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Problems with domestic power

I have a long story but please bear with me. My narrowboat has an Eberspacher 5 dwsc water heater with a mini timer control unit. Also a Sterling 1250 50amp battery charger and 3 Superbatt 110ah domestic batteries. Yesterday I pressed the button on the timer start the Eberspacher for 60mins of water heating. The unit would not fire up and the display on the timer was flashing, as it would when the battery isolater switch is turned off, and I had to reset the clock. I tried this several times with the same result. This has happened in the past but with a bit of fiddling (turn battery charger of and wait a while, then back on again) I have managed to get it to fire up. This time it did not work so I decided to switch the engine on and heat the heat up (I turned charger off). I ran the engine for 1 1/2 hours (I have 70amp alternators) switched the charger back on (forgot to mention I am connected via landline and keep charger on constantly) and took a shower. while in the shower I noticed Whale Gulper was running very slowly and seemed to be labouring but after a couple of minutes it sped up to normal operating speed!. After the shower I decided to try the Eberspacher again and it fired up straight away. I obviously suspect some kind of power problem but do not want to purchase expensive batteries (only 7months old), Charger etc. without knowing what the problem is. I would appreciate any advice on how to isolate the problem and thereby fix it. Thanks in anticipation Paul

Asked by: Paul Jones  | 12.19pm, Thursday 1 November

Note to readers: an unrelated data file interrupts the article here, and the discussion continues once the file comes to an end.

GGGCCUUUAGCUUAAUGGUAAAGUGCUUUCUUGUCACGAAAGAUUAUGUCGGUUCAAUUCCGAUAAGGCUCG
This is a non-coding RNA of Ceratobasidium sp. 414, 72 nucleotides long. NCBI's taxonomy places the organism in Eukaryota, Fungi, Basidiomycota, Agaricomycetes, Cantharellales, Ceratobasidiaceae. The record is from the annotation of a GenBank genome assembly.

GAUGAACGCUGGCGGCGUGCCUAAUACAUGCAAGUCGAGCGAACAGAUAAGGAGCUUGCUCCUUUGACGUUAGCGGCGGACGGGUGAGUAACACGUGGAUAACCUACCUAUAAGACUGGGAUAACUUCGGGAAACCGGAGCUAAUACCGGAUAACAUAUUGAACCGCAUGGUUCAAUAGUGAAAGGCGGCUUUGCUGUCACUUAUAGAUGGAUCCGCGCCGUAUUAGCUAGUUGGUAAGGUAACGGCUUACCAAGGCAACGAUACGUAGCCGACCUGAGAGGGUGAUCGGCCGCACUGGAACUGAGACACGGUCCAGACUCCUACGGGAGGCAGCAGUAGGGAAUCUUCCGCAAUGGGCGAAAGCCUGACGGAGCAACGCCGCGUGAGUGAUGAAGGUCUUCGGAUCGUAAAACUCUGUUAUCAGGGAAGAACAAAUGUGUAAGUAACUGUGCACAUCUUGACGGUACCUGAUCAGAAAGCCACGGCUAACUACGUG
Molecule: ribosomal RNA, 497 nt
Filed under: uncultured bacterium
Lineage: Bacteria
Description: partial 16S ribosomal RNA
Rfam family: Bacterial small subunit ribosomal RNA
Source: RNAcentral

WW says:

It sounds like your batteries are either failing or there is a bad connection.
If you disconnect the batteries and check the voltage of each immediately and then after an hour; they should be the same.

Rupert Smedley  | 5.49PM, Thursday 1 November

Sorry my previous answer was rather brief!
The Superbatt 110 is a basic flooded lead acid battery; however they should not have failed in 7 months given that you keep them charged. Although they are a "Maintenance Free" sealed battery, it would be worth checking the electrolyte levels in each cell. Low levels would give the symptoms you describe. The acid should cover the plates and there is usually a simple plastic bar below the cap to indicate the normal level. If any are low top the level up with de-ionised or distilled water.
It is possible that with the extreme hot weather over the summer, the water might have evaporated. Another possibility is that the charger might be faulty, as overcharging will also cause water to be lost. Check the battery voltage when charging (preferably with little power drain); if it is over 15V you have a problem.
If you are lucky and top the cells up, the batteries will recover most of their capacity; otherwise they will need to be replaced.

Rupert Smedley  | 12.26PM, Sunday 4 November

Readers say:

Thanks for your advice. Will test the batteries and if there is a problem a dispute with the supplier is on the cards!

Paul Jones  | 4.36PM, Saturday 3 November

Thanks for the response. Will go through the various steps to check things out once I can find my hydrometer.

Paul Jones  | 3.41PM, Wednesday 7 November

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